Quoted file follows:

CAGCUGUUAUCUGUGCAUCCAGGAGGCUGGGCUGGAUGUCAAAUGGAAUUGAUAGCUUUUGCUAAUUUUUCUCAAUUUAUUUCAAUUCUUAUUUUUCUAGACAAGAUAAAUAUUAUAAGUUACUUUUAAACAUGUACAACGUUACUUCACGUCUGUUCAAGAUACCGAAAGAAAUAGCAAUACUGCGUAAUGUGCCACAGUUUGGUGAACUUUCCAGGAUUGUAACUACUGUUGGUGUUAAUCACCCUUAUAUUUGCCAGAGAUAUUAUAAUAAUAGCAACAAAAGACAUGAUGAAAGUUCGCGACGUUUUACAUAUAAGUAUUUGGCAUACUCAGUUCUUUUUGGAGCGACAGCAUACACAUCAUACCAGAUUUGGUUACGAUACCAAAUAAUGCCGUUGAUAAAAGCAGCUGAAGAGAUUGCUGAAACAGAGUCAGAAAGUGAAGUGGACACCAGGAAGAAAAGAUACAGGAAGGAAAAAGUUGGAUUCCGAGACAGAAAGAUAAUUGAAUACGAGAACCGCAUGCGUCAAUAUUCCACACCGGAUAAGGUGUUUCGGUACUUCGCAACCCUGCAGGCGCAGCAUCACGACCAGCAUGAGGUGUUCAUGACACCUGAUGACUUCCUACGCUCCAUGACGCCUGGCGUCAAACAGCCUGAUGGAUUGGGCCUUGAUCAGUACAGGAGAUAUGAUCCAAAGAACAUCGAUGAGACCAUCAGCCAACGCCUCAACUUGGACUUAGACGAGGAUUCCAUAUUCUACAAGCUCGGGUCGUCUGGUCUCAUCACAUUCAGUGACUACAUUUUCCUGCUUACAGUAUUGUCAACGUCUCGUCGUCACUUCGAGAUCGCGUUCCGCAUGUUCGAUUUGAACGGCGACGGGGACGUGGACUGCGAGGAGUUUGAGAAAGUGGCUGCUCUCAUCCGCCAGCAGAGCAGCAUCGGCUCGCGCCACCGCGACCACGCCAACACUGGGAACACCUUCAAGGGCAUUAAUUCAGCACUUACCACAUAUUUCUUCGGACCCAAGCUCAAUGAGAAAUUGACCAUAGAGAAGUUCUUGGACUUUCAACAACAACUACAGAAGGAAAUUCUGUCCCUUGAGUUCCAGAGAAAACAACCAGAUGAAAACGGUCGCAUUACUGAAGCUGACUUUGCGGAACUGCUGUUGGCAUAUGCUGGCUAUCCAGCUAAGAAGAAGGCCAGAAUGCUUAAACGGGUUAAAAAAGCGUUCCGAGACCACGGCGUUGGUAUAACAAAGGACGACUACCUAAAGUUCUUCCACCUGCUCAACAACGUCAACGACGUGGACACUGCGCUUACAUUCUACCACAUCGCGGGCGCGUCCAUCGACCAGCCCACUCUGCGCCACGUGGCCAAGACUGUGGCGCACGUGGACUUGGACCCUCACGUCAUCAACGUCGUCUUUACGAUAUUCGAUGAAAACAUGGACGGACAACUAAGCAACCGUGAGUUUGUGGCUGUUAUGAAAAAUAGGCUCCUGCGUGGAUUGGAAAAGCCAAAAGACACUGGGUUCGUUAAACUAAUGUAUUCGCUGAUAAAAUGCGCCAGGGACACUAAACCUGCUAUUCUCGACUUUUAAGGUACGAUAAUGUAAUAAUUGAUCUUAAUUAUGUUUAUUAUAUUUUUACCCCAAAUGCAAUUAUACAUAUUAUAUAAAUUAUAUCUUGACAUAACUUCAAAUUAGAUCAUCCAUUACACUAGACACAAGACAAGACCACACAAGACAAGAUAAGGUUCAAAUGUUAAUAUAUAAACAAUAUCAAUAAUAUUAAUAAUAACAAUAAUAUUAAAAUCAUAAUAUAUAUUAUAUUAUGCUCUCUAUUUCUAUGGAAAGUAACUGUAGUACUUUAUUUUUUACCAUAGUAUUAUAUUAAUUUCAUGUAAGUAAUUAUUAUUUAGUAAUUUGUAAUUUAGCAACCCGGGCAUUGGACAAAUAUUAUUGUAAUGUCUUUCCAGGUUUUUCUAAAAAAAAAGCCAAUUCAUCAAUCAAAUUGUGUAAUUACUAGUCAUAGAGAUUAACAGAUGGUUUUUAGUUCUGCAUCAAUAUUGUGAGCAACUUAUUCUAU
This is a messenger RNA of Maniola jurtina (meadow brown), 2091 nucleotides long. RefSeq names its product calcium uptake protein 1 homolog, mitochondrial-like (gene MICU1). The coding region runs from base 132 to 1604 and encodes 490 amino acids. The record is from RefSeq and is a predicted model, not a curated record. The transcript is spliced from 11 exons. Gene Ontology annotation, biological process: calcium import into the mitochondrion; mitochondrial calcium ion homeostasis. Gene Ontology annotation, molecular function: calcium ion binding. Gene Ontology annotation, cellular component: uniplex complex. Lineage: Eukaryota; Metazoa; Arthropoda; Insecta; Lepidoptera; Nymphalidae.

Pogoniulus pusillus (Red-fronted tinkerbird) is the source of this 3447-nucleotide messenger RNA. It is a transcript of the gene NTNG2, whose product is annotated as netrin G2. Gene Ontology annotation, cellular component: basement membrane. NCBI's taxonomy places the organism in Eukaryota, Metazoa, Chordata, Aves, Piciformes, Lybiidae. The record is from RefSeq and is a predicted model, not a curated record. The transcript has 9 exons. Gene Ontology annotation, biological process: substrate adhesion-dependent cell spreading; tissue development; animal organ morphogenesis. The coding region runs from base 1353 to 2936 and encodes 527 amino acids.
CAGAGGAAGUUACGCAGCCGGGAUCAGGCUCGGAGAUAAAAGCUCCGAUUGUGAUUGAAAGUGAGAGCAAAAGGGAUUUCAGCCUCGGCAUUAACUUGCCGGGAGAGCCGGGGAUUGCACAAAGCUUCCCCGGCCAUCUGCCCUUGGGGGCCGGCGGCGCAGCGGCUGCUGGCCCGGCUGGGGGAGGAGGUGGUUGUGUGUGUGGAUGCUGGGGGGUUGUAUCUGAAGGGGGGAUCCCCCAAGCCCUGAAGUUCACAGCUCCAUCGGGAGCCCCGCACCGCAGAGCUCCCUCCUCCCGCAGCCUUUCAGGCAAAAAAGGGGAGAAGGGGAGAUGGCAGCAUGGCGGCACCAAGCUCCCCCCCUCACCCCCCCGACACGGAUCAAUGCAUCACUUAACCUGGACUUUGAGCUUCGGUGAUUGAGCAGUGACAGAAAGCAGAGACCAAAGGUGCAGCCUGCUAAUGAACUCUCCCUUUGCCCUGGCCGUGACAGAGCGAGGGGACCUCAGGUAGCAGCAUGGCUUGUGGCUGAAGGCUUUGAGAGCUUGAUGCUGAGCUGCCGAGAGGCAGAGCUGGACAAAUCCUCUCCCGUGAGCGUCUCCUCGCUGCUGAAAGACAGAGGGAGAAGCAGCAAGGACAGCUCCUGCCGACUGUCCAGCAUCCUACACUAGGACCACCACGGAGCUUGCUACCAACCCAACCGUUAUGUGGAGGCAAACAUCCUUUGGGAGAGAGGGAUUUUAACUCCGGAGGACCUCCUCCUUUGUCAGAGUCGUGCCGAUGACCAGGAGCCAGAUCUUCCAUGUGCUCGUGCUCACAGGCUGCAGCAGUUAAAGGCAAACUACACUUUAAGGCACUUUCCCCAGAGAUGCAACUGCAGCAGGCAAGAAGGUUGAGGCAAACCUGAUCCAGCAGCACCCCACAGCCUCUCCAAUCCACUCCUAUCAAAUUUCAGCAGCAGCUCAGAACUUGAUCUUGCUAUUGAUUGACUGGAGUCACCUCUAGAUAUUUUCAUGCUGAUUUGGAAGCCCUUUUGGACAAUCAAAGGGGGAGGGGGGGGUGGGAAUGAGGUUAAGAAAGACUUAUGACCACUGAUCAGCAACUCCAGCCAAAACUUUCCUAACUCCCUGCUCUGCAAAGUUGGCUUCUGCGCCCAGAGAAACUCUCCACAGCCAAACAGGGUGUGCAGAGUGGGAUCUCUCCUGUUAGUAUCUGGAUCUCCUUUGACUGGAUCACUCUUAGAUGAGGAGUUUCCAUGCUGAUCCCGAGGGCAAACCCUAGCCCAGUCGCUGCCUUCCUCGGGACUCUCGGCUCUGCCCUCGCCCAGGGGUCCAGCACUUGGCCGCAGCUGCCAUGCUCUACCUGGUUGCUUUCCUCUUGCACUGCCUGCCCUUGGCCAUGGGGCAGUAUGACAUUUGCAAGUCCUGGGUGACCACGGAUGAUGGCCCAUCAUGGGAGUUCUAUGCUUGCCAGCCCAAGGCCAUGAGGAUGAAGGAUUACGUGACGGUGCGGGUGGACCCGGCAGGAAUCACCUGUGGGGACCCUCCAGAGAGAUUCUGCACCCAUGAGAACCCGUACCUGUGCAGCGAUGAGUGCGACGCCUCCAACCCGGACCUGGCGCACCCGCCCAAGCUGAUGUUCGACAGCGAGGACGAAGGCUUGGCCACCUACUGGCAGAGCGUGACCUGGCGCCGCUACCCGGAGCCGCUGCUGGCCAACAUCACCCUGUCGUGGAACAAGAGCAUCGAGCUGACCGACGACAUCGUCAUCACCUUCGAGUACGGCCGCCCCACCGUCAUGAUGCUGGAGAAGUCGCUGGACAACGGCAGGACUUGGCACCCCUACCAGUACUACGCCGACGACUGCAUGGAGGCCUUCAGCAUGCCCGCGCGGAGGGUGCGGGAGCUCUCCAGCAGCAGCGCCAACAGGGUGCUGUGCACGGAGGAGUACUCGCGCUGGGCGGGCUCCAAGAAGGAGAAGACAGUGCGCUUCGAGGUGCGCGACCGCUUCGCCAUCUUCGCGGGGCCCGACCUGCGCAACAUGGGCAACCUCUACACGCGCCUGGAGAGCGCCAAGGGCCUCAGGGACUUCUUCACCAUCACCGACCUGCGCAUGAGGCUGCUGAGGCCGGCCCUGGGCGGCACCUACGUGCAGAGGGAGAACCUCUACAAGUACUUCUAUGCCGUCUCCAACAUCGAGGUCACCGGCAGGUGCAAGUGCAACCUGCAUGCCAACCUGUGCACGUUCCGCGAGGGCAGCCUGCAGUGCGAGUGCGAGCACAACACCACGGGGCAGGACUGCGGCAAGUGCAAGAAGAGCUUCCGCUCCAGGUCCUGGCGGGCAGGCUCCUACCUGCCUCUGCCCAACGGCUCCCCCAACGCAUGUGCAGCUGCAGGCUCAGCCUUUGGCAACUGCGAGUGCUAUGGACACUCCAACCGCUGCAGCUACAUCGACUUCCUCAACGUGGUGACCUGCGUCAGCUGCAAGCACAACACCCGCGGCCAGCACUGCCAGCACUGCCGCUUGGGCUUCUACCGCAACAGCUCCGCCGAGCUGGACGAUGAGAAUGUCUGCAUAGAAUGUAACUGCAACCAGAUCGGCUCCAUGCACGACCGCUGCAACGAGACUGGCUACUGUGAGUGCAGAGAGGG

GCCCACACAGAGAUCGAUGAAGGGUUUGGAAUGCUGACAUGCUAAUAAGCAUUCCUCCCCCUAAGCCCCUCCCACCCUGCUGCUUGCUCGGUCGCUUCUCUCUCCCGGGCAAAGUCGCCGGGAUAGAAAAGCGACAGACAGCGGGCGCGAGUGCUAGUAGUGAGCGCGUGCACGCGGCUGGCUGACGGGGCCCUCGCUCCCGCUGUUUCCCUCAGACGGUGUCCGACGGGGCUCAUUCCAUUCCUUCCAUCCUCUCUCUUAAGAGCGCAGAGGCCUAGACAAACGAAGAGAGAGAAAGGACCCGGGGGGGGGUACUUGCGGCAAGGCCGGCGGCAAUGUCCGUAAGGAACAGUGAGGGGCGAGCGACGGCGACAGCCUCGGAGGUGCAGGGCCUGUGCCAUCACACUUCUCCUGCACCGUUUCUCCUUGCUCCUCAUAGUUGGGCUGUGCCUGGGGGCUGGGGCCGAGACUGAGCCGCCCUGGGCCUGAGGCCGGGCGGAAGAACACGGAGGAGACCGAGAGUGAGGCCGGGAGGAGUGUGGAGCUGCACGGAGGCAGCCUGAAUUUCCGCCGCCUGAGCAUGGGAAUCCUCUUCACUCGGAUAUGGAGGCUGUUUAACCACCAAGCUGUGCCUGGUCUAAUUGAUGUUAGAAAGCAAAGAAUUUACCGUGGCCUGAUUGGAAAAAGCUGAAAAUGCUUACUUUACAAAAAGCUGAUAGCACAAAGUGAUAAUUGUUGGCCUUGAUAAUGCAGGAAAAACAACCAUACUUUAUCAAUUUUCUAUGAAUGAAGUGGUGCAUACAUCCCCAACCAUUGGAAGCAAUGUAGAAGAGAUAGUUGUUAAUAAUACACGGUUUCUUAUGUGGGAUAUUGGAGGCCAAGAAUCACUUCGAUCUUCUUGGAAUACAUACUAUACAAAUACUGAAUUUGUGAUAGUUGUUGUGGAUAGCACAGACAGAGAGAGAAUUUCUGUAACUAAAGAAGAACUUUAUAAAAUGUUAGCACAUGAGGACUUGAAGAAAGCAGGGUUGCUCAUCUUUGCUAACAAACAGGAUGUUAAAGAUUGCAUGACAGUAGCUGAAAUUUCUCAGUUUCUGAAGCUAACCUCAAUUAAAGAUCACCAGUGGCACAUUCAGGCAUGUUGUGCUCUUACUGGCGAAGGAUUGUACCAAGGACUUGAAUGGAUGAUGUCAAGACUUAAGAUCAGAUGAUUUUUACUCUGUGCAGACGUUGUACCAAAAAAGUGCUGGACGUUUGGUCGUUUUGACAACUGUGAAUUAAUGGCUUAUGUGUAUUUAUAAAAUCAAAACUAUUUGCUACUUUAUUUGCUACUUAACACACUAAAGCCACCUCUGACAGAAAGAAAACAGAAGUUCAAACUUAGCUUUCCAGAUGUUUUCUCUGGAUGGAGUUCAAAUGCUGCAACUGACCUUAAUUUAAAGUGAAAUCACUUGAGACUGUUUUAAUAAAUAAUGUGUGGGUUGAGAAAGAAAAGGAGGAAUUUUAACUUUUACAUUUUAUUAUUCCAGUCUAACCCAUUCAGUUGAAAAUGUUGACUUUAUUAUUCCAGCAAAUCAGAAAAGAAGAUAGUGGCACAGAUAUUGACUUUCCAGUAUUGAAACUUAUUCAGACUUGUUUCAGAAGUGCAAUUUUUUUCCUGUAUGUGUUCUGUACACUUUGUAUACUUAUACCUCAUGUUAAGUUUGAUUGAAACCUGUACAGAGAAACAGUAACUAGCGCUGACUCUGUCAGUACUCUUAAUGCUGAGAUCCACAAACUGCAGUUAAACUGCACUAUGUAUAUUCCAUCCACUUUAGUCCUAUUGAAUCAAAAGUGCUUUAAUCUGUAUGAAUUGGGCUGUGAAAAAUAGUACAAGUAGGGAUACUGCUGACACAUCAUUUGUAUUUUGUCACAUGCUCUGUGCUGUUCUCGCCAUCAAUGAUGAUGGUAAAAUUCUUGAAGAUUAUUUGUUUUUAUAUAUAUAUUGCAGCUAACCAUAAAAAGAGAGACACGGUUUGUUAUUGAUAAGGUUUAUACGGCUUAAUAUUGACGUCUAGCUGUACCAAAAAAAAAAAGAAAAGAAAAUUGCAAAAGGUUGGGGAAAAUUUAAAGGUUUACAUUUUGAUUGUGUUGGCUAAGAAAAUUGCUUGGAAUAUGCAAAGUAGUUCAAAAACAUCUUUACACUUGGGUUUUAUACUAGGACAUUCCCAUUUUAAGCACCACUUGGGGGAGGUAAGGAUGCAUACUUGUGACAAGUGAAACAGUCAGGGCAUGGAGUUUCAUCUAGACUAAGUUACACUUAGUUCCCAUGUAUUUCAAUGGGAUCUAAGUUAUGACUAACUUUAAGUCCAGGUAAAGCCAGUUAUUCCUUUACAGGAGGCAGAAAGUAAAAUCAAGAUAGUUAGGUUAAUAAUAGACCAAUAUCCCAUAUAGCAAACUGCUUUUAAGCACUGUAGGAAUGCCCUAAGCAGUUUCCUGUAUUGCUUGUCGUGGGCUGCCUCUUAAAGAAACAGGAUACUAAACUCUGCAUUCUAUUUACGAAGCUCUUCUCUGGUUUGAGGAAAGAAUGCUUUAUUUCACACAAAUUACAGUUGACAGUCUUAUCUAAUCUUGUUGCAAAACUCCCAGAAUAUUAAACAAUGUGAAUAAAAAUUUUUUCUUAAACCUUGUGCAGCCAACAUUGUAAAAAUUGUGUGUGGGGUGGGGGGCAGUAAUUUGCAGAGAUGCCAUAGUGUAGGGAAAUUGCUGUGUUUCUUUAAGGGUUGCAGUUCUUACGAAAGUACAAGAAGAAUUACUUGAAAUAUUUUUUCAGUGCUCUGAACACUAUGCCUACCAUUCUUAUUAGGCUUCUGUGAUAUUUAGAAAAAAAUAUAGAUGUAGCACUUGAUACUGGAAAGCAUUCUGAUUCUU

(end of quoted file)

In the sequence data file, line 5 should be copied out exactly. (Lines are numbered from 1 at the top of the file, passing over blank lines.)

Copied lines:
GCCCACACAGAGAUCGAUGAAGGGUUUGGAAUGCUGACAUGCUAAUAAGCAUUCCUCCCCCUAAGCCCCUCCCACCCUGCUGCUUGCUCGGUCGCUUCUCUCUCCCGGGCAAAGUCGCCGGGAUAGAAAAGCGACAGACAGCGGGCGCGAGUGCUAGUAGUGAGCGCGUGCACGCGGCUGGCUGACGGGGCCCUCGCUCCCGCUGUUUCCCUCAGACGGUGUCCGACGGGGCUCAUUCCAUUCCUUCCAUCCUCUCUCUUAAGAGCGCAGAGGCCUAGACAAACGAAGAGAGAGAAAGGACCCGGGGGGGGGUACUUGCGGCAAGGCCGGCGGCAAUGUCCGUAAGGAACAGUGAGGGGCGAGCGACGGCGACAGCCUCGGAGGUGCAGGGCCUGUGCCAUCACACUUCUCCUGCACCGUUUCUCCUUGCUCCUCAUAGUUGGGCUGUGCCUGGGGGCUGGGGCCGAGACUGAGCCGCCCUGGGCCUGAGGCCGGGCGGAAGAACACGGAGGAGACCGAGAGUGAGGCCGGGAGGAGUGUGGAGCUGCACGGAGGCAGCCUGAAUUUCCGCCGCCUGAGCAUGGGAAUCCUCUUCACUCGGAUAUGGAGGCUGUUUAACCACCAAGCUGUGCCUGGUCUAAUUGAUGUUAGAAAGCAAAGAAUUUACCGUGGCCUGAUUGGAAAAAGCUGAAAAUGCUUACUUUACAAAAAGCUGAUAGCACAAAGUGAUAAUUGUUGGCCUUGAUAAUGCAGGAAAAACAACCAUACUUUAUCAAUUUUCUAUGAAUGAAGUGGUGCAUACAUCCCCAACCAUUGGAAGCAAUGUAGAAGAGAUAGUUGUUAAUAAUACACGGUUUCUUAUGUGGGAUAUUGGAGGCCAAGAAUCACUUCGAUCUUCUUGGAAUACAUACUAUACAAAUACUGAAUUUGUGAUAGUUGUUGUGGAUAGCACAGACAGAGAGAGAAUUUCUGUAACUAAAGAAGAACUUUAUAAAAUGUUAGCACAUGAGGACUUGAAGAAAGCAGGGUUGCUCAUCUUUGCUAACAAACAGGAUGUUAAAGAUUGCAUGACAGUAGCUGAAAUUUCUCAGUUUCUGAAGCUAACCUCAAUUAAAGAUCACCAGUGGCACAUUCAGGCAUGUUGUGCUCUUACUGGCGAAGGAUUGUACCAAGGACUUGAAUGGAUGAUGUCAAGACUUAAGAUCAGAUGAUUUUUACUCUGUGCAGACGUUGUACCAAAAAAGUGCUGGACGUUUGGUCGUUUUGACAACUGUGAAUUAAUGGCUUAUGUGUAUUUAUAAAAUCAAAACUAUUUGCUACUUUAUUUGCUACUUAACACACUAAAGCCACCUCUGACAGAAAGAAAACAGAAGUUCAAACUUAGCUUUCCAGAUGUUUUCUCUGGAUGGAGUUCAAAUGCUGCAACUGACCUUAAUUUAAAGUGAAAUCACUUGAGACUGUUUUAAUAAAUAAUGUGUGGGUUGAGAAAGAAAAGGAGGAAUUUUAACUUUUACAUUUUAUUAUUCCAGUCUAACCCAUUCAGUUGAAAAUGUUGACUUUAUUAUUCCAGCAAAUCAGAAAAGAAGAUAGUGGCACAGAUAUUGACUUUCCAGUAUUGAAACUUAUUCAGACUUGUUUCAGAAGUGCAAUUUUUUUCCUGUAUGUGUUCUGUACACUUUGUAUACUUAUACCUCAUGUUAAGUUUGAUUGAAACCUGUACAGAGAAACAGUAACUAGCGCUGACUCUGUCAGUACUCUUAAUGCUGAGAUCCACAAACUGCAGUUAAACUGCACUAUGUAUAUUCCAUCCACUUUAGUCCUAUUGAAUCAAAAGUGCUUUAAUCUGUAUGAAUUGGGCUGUGAAAAAUAGUACAAGUAGGGAUACUGCUGACACAUCAUUUGUAUUUUGUCACAUGCUCUGUGCUGUUCUCGCCAUCAAUGAUGAUGGUAAAAUUCUUGAAGAUUAUUUGUUUUUAUAUAUAUAUUGCAGCUAACCAUAAAAAGAGAGACACGGUUUGUUAUUGAUAAGGUUUAUACGGCUUAAUAUUGACGUCUAGCUGUACCAAAAAAAAAAAGAAAAGAAAAUUGCAAAAGGUUGGGGAAAAUUUAAAGGUUUACAUUUUGAUUGUGUUGGCUAAGAAAAUUGCUUGGAAUAUGCAAAGUAGUUCAAAAACAUCUUUACACUUGGGUUUUAUACUAGGACAUUCCCAUUUUAAGCACCACUUGGGGGAGGUAAGGAUGCAUACUUGUGACAAGUGAAACAGUCAGGGCAUGGAGUUUCAUCUAGACUAAGUUACACUUAGUUCCCAUGUAUUUCAAUGGGAUCUAAGUUAUGACUAACUUUAAGUCCAGGUAAAGCCAGUUAUUCCUUUACAGGAGGCAGAAAGUAAAAUCAAGAUAGUUAGGUUAAUAAUAGACCAAUAUCCCAUAUAGCAAACUGCUUUUAAGCACUGUAGGAAUGCCCUAAGCAGUUUCCUGUAUUGCUUGUCGUGGGCUGCCUCUUAAAGAAACAGGAUACUAAACUCUGCAUUCUAUUUACGAAGCUCUUCUCUGGUUUGAGGAAAGAAUGCUUUAUUUCACACAAAUUACAGUUGACAGUCUUAUCUAAUCUUGUUGCAAAACUCCCAGAAUAUUAAACAAUGUGAAUAAAAAUUUUUUCUUAAACCUUGUGCAGCCAACAUUGUAAAAAUUGUGUGUGGGGUGGGGGGCAGUAAUUUGCAGAGAUGCCAUAGUGUAGGGAAAUUGCUGUGUUUCUUUAAGGGUUGCAGUUCUUACGAAAGUACAAGAAGAAUUACUUGAAAUAUUUUUUCAGUGCUCUGAACACUAUGCCUACCAUUCUUAUUAGGCUUCUGUGAUAUUUAGAAAAAAAUAUAGAUGUAGCACUUGAUACUGGAAAGCAUUCUGAUUCUU